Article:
When creating goals for students who participate in Alternative State Assessments, short-term objectives must be included. These objectives may be tied to steps related to independent living skills or social skills. Including objectives serves two purposes, they help provide the student a road map of how they will attain the goal and highlight additional skills that can be assessed using whatever measure is used by the state.
The Endrew F. decision also increased the standard for data collection and progress monitoring. Luckily, technology has helped school districts increase their ability to do this simply. Web applications like SpedTrack, have built-in solutions to allow special educators easy access to collect and analyze data. Given a baseline and subsequent data points, SpedTrack’s software will calculate trend lines allowing the IEP team to see a child’s progress. SpedTrack will also provide a printed graph to accompany quarterly progress reports that can be sent home at the same time as report cards.
Where it is appropriate, Transportation can be added to an IEP as a related service. The team must consider the following: If the district does not provide transportation, will the student be able to access their special education services? The answer to this question may be yes, and if so, the student is likely able to ride a bus independently or has parent/guardian provided transportation. If the answer is no, it may be due to the severity of a student’s disability or their bus riding behavior. The team must make this decision, but it should not be provided just as a convenience for the parent.
The Service Summary
The service summary page outlines the total number of minutes a student will be served though the IEP. The services selected should correspond to the individual goals that were written and, to a greater extent, be directly tied to statements within the present level of performance. When selecting service minutes, the team must always consider the LRE, as the goal is always to make progress on the IEP goals while allowing the student to participate in the general education environment to the greatest extent their circumstances allow. Service minutes include specially designed instruction, related services, supplementary aids and supports, as well as Parent and Teacher supports.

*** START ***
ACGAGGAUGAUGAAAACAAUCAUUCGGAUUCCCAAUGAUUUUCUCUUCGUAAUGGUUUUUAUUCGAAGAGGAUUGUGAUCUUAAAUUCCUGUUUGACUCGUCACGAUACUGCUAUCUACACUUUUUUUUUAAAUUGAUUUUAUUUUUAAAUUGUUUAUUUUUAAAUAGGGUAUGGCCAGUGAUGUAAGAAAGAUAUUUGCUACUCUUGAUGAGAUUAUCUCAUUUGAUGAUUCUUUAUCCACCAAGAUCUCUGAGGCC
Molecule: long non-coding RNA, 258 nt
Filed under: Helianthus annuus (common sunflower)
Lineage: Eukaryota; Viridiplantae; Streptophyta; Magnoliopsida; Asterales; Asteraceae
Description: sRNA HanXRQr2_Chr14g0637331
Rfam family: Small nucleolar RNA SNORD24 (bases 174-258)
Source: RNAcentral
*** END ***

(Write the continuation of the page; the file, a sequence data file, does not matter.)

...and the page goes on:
Educational Placement and Participation
The educational placement of a child with a disability is directly tied to the number of minutes a student receives outside of their general education classes. There are many placement codes, but the most common are, within the general education environment 80% or more, within the general education environment 40% – 79% of the time, or within the general education environment less than 40% of the time. Again, technology has helped us with this calculation and as long as you know the weekly total of minutes for a school, programs like SpedTrack will provide the amount of time in and out of the classroom.
Along with this percentage, the case manager must provide a statement of justification about why the student requires specially designed instruction outside of their general education classes. This often comes down to the nature and severity of the child’s disability; however, the statement must be specific to the student and their needs.
Accommodations and Modifications
Accommodations and modifications are strategies that are implemented in general education classes and are not classified as a means of differentiation within that environment. These accommodations and modifications are used in the classroom and in the administration of district and state assessments. Since these accommodations and modifications are often implemented in the general education classroom, it is important to have buy-in from all the student’s teachers. Additionally, it is a good idea to have the general educator present these to the family members during the IEP meeting in an effort to reinforce inclusion. Furthermore, these accommodations and modifications may address additional comorbid conditions such as ADHD, even when a student is identified in a different category. These conditions should be noted in the present level to better explain why these strategies are in place.
IEP Writing Conclusion
This blog was designed to provide a detailed step by step overview to special education professionals who write IEPs. While every area of the IEP was not covered in depth, it’s hoped that this overview has provided unique information to inspire a student-centered IEP that is inclusive, tailor-made to their needs, and expertly written.